A Sheaf Gleaned in French Fields/Promenades et Intérieurs (François Coppée)

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1992611A Sheaf Gleaned in French Fields — Promenades et IntérieursFrançois Coppée




In the eve, by the hearth, how oft in solitude
I have thought of some bird found dead, deep in the wood.
In the winter's rough days, monotonous and sad,
The poor deserted nests, once resonant and glad,
Swing to the biting wind, 'neath a sky iron-grey.
Oh, many the poor birds that must then die away!
But when the spring-time comes, the time of violets,
Their skeletons we meet not to awake our regrets,
Where in April we run, amid grass springing high;
Do the birds hide themselves in some nook ere they die?


The school. The walls white, and the black benches in grade,
Then at Christ in wood carved, that two box branches shade;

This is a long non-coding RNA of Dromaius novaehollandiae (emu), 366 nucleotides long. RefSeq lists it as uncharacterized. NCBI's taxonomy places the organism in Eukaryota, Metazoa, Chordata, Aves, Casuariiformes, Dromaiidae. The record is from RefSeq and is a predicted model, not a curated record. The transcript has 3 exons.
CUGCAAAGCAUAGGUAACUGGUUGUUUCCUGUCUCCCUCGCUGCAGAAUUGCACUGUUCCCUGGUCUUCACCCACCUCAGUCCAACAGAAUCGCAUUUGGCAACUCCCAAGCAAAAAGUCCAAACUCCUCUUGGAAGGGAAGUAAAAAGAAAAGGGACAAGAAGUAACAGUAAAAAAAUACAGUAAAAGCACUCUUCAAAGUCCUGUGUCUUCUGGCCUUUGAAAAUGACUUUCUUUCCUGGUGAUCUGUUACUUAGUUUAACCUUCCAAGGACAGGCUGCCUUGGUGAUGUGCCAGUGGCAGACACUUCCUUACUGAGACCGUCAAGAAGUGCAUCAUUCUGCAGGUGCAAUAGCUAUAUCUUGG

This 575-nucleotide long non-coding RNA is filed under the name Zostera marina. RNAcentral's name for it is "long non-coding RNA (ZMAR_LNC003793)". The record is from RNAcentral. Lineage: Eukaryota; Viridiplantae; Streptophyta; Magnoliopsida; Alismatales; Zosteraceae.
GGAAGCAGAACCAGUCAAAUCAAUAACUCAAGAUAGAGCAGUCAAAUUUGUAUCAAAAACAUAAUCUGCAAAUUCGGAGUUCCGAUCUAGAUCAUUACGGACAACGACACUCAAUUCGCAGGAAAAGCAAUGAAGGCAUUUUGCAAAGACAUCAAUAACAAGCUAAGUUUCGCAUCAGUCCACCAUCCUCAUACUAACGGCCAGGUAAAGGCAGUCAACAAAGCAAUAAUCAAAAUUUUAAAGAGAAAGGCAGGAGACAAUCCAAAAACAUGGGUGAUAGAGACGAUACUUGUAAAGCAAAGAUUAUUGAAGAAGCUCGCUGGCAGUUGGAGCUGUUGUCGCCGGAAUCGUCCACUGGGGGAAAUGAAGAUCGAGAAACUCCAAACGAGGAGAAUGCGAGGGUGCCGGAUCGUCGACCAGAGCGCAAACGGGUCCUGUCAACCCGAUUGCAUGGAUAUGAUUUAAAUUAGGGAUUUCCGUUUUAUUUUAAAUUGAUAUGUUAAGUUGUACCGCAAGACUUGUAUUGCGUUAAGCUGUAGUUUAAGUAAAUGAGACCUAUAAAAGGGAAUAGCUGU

The Sister of Mercy, a red rose in a cap,
Keeps the school with her clear eyes, and points to a map.
Some twenty girls lovely of the people sit round,
In their plain simple bonnets. There's a hum of low sound.

Oh, the good Sister! Oh, the sweet patience she shows
Weariness or anger, never, never she knows!
A hundred times over she repeats the same thing,
And her brow remains cloudless, her voice keeps its ring;
Nor cares she to note on the benches first ranged,
Where the youngest have seats, stealthy glances exchanged;
For there marches on paper spread out and on book
A may-bug made captive, that attracts every look!